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How to Write a Presentation – Drama and Sales

October 16, 2015 - Posted toEducation

Content how to write a presentation x essays

How to Write a Presentation – Drama and Sales

People either love to give presentations or they hate to. There is not much in between. But everyone should have the experience of preparing and delivering at least one, if only for the practice. You may never have to make another presentation after you are out of college, or so you think now. But situation do arise, either formal (at work) or informal (Best Man at a wedding), and you should at least understand the steps of the process.

Defining Presentation

 A presentation is any oral delivery of content to a specific audience for a specific purpose. Given this broad definition, teaching a child how to clean his/her room is a presentation. The child is the audience and the purpose is to teach. There are other purposes of course – to motivate, to persuade, to inspire, or to entertain. And when you must prepare a presentation, for whatever purpose, there are some clear steps that will show you how to make a presentation that will be carefully organized and well-received.


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Steps in the Presentation Process

  1. Topic: Unless you are in a speech class with an open choice for topics, presentations usually have a pre-determined topic. If you are asked to speak at a Chamber of Commerce meeting and introduce your business, that will be the topic; if you are a successful entrepreneur, you might be asked to give a presentation on how to become one. If you are an expert in some field, you will be asked to present on that topic.
  2. Purpose/Objective: You have to determine your purpose before you begin to write the presentation. Are you to teach? Motivate? Convince? Inspire? Entertain? Inform?
  3. Identify the Audience: This will determine the language and style you use. A presentation to a group of senior citizens about volunteerism will be very different from the same speech given to a teenage audience
  4. Determine Method: If you are making a financial presentation to a group of bankers, you will be formal; if you are making a presentation to a potential client, you may be less formal; if you are presenting to a high school student assembly, you will be informal of course.
  5. Know the Length: This determines how many points you can make. General rule of thumb: 3 points for 10-15 minutes; 6 points for 30 minutes; 8 points for 45 minutes. Now, this will vary somewhat by topic. If you have 3 really complex points and 45 minutes, you will want to divide those 3 points into 6 smaller ones.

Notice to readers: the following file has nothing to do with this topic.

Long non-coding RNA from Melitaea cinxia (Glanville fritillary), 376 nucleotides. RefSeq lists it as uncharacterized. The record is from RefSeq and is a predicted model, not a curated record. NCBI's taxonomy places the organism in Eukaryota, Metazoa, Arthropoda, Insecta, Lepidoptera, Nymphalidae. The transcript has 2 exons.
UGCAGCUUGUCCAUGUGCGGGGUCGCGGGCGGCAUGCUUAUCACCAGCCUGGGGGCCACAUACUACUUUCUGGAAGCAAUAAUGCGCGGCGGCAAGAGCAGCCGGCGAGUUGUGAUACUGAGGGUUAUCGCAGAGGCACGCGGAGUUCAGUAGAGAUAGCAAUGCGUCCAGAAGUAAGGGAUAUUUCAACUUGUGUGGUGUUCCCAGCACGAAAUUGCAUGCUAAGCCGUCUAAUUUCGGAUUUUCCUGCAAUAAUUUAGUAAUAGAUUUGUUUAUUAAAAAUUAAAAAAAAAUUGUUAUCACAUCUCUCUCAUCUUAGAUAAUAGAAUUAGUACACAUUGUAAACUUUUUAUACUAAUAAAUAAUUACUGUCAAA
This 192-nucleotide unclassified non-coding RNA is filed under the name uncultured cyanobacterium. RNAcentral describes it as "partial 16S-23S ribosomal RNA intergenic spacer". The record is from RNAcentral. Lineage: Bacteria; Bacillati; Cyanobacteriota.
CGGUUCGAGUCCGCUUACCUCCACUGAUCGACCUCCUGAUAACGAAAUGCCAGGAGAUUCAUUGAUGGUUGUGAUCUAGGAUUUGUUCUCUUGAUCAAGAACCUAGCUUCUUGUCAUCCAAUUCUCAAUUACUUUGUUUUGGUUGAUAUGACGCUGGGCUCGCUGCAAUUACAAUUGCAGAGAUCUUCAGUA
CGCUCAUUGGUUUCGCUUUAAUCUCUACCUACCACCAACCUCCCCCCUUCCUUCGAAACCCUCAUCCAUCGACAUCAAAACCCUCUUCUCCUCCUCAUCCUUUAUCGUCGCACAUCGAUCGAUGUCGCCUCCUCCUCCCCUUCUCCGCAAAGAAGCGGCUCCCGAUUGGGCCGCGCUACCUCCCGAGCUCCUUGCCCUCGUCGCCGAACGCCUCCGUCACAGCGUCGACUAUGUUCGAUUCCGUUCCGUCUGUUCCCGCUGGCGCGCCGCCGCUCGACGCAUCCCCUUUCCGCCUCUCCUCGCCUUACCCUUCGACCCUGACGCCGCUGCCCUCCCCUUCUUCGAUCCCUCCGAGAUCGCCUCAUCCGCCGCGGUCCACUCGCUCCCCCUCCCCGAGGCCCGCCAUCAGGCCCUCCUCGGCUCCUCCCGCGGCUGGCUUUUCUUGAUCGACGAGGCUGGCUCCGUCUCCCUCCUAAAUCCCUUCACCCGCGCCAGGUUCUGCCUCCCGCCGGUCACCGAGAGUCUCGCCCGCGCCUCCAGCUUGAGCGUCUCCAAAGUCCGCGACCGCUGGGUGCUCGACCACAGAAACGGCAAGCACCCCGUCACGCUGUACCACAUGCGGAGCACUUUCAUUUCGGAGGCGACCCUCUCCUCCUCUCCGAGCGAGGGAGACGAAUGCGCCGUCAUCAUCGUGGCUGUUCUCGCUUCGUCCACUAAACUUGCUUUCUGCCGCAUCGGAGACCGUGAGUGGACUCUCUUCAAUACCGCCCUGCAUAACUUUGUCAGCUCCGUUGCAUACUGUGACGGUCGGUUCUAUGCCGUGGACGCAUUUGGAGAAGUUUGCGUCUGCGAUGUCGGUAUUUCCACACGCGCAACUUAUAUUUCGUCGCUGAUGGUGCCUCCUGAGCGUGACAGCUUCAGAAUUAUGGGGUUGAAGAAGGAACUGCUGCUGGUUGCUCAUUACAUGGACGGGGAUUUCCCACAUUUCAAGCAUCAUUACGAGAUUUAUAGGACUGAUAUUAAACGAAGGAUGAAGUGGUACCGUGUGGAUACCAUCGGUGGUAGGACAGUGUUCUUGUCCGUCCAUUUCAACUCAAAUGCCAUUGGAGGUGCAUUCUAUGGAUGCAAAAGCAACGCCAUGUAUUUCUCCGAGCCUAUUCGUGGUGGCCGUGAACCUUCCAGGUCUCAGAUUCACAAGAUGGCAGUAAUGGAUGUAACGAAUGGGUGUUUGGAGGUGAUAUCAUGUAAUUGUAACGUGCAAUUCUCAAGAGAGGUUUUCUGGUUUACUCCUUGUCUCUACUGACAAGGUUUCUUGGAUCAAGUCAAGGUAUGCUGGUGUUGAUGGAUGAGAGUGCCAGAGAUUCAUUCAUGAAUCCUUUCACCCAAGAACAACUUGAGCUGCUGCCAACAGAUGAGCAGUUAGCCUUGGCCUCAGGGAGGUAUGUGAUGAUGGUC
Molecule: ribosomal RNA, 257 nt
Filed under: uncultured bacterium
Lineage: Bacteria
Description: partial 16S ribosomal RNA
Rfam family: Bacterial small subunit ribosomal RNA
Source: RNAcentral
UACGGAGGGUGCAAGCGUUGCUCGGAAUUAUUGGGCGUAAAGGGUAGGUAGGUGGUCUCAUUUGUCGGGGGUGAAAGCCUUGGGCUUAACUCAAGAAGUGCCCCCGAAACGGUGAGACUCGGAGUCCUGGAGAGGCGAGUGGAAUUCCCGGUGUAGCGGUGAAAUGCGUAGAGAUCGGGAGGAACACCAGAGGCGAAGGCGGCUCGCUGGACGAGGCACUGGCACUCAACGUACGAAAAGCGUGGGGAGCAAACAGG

6. Decide on visuals or other media: Using PPT slides may really enhance and reinforce what you say; sometimes short videos work well.
  7. Writing the Presentation: This process is also comprised of key steps – don’t leave any of them out.
  • Brainstorm all of the ideas possible on your topic
  • Reduce to the main points you will make
  • Decide what types of verbal illustration or examples you will use with each point. (Presentations are really boring without these; plus, examples will help audience understanding).
  • Wait on the Introduction and Conclusion
  • Arrange the points in the order in which you will present them and note what illustrations or examples you will use for each one. At this point, you may be considering a PowerPoint presentation for these examples. Make note of the contents of each slide
  • Write out the entire presentation – yes, write it out for now.
  • Write your introduction – If you don’t “have” them by the second sentence, you won’t ever have them. This is where the drama and the sales come in. Give them some shocking facts; tell a really compelling story, and do it with drama. You are an actor on a stage, essentially, selling yourself and what you have to say.
  • Write your conclusion – tell them what you told them; make a call-to-action if warranted; leave them with a final thought or story
  • Make your PPT slides - You can use PowerPoint or you can use one of many free programs for making presentation visuals – Powtoon, Wondershare, or Google Drive are just three you might want to take a look at. They are easy, allow you to use images, and video, and you can be as creative or a traditional as you wish to be.
  1. Practice: This cannot be overstated. The reason you wrote out the entire presentation earlier is that you are now going to practice it – a lot. It has to be second-nature to you when you present. As you practice, you will be able to whittle the entire presentation down and will end up with just notes, because you know what you are going to say so well. Then, you can work on becoming more natural and adding some of that drama and sales pitch that is so important.

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Do’s, Don’ts, and Mistakes to Avoid

Do's Don'ts
  • Use every step of this process whether your presentation is 15 minutes or an hour
  • Humor that is too sophisticated for your audience or too elementary for them either. Make it suitable
  • Check your vocabulary using a reading level app, like
  • Go in thinking you can “shoot from the hip.” You can’t unless you did the presentation several times before
  • Love the fact that this is not an essay and you don’t have to edit or proofread
  • Use the slides to keep you on-track - slides are for audience

Some Final Thoughts

Presentations may make you nervous. It’s normal. But the more experience you have, the less anxious you will be.

Before you begin a presentation, take 12 deep breaths (off stage or before you get to that podium), look out at that scary audience, and see them as heads of cabbage. This will lighten you up – try it!